At least 10 APT hacking groups have exploited Exchange Server bugs, ESET warns

It's a feeding frenzy.
ESET, RSA 2019
Researchers at Slovakian anti-virus company ESET made the discovery. (Scoop News Group photo)

Critical vulnerabilities in Microsoft software have turned into a feeding frenzy for state-linked hackers.

At least 10 such hacking groups have exploited the flaws in the Exchange Server email program in recent days in operations around the world, anti-virus firm ESET said Wednesday. Many of the groups have well-documented links to China.

The surge in hacking suggests multiple sets of espionage groups had access to the software exploit before Microsoft released fixes for it on March 2. It also compounds the challenges facing incident responders who are rushing to deal with the breaches, and bracing for additional exploitation of the bugs by criminal hackers.

“It is still unclear how the distribution of the exploit happened, but it is inevitable that more and more threat actors, including ransomware operators, will have access to it sooner or later,” ESET researchers wrote in a blog post Wednesday.


The intrusions by advanced persistent threat groups tracked by ESET include a hack of a Middle East government email server by Beijing-linked APT27, as well as breach of an East Asia-based IT provider by another suspected Chinese group, Bronze Butler. The notorious Winnti Group, another broad set of hacking activity linked with China, has broken into the servers of oil and construction firms in East Asia, according to ESET.

In the U.S. the Biden administration has scrambled to address the Exchange Server exploitation as tens of thousands of state and local government organizations and businesses appear to be vulnerable. A White House official said Monday that “high levels” of the National Security Council were responding to the crisis.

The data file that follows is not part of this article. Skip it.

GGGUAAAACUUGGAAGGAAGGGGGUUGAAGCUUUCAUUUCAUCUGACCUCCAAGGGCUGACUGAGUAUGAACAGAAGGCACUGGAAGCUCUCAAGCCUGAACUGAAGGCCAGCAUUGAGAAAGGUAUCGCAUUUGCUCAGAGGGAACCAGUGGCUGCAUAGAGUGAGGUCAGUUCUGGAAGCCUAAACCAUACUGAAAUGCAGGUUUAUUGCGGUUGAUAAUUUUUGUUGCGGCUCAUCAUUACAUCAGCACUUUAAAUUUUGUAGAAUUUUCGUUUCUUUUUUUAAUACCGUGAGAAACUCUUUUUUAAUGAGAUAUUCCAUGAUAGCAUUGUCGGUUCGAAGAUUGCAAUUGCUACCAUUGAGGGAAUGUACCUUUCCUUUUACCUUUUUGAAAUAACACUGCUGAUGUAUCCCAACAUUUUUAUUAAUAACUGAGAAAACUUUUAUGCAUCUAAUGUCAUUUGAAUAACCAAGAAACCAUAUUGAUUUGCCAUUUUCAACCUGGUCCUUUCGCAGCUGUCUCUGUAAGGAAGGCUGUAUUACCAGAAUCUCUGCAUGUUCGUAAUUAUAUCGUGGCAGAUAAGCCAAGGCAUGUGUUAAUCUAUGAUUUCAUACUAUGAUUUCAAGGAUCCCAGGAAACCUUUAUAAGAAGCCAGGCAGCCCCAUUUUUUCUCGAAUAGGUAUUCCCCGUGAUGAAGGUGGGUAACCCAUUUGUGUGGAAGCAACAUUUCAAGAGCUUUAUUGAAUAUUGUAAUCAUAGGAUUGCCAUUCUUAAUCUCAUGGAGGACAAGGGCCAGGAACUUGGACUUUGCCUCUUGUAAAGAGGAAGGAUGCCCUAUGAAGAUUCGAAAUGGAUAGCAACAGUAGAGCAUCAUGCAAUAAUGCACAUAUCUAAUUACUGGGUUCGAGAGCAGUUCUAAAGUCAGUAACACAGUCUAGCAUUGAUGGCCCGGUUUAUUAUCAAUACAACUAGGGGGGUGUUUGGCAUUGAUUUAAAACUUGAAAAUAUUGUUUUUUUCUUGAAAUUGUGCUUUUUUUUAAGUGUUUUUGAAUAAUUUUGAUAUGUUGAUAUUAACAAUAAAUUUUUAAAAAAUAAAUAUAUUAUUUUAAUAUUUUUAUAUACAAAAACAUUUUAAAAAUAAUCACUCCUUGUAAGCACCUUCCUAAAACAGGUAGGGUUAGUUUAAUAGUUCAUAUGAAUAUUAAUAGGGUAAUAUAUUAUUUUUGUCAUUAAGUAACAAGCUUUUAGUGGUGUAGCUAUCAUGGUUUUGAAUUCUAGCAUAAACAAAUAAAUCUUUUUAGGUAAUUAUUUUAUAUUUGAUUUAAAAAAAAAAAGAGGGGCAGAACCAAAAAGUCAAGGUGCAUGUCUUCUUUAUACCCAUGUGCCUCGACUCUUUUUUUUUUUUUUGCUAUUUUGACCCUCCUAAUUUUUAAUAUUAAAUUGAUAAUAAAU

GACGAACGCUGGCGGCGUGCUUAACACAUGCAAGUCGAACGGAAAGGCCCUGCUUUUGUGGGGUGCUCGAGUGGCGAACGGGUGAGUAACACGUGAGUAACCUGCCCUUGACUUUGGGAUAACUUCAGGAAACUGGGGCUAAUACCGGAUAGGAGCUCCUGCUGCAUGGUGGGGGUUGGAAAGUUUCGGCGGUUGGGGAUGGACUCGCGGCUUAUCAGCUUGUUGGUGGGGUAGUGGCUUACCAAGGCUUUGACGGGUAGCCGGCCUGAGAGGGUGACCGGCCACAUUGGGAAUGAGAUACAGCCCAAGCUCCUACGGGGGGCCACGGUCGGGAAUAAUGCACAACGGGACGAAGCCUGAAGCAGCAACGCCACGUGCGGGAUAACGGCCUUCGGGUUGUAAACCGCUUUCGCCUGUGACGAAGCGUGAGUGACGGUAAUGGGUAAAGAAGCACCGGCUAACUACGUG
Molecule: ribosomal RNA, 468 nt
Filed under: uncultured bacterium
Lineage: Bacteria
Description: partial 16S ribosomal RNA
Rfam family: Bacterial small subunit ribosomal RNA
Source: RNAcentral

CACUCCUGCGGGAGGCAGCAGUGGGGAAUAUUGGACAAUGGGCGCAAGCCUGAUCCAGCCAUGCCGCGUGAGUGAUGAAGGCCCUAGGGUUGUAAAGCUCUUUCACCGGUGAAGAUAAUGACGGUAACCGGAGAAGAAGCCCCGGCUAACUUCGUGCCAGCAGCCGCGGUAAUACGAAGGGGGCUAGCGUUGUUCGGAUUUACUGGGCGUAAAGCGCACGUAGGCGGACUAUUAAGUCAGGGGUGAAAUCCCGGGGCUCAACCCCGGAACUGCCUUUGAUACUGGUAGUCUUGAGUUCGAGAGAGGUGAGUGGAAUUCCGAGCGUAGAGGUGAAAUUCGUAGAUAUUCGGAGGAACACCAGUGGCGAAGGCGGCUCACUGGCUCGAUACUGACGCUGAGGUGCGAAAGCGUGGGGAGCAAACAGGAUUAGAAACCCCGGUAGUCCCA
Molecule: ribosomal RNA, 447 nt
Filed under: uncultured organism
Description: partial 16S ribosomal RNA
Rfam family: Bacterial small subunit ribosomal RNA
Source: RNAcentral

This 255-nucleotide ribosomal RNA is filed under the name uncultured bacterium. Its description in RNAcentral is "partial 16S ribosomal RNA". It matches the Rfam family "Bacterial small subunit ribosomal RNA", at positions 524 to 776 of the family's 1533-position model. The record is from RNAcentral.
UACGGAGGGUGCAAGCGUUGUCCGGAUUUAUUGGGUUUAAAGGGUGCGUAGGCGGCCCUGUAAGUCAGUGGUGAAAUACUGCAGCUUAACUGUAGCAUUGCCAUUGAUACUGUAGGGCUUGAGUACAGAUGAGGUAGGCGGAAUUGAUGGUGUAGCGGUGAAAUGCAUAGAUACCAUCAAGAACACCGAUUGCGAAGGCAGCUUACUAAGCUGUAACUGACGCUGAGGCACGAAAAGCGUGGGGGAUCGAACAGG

Microsoft has taken the unusual step of issuing security fixes for older, unsupported versions of Exchange Server to try to blunt the impact of the hacking,

Cybersecurity officials from other governments were also grappling with a problem that shows no signs of abating, German officials said Monday that the country had 26,000 instances of the vulnerable Exchange Server software sitting on the internet. The Norwegian parliament, meanwhile, said Wednesday that unidentified hackers had used the Exchange bugs to break into the legislative body’s IT systems and steal data.

The potential for ransomware actors and other opportunistic criminals to enter the fray has IT experts concerned. Dave Kennedy, founder of security firm TrustedSec, said Tuesday that cryptocurrency miners were being installed on vulnerable servers, signaling and expansion of criminal activity exploiting the situation.

Sean Lyngaas

Written by Sean Lyngaas

Sean Lyngaas is CyberScoop’s Senior Reporter covering the Department of Homeland Security and Congress. He was previously a freelance journalist in West Africa, where he covered everything from a presidential election in Ghana to military mutinies in Ivory Coast for The New York Times. Lyngaas’ reporting also has appeared in The Washington Post, The Economist and the BBC, among other outlets. His investigation of cybersecurity issues in the nuclear sector, backed by a grant from the Pulitzer Center on Crisis Reporting, won plaudits from industrial security experts. He was previously a reporter with Federal Computer Week and, before that, with Smart Grid Today. Sean earned a B.A. in public policy from Duke University and an M.A. in International Relations from The Fletcher School of Law and Diplomacy at Tufts University.

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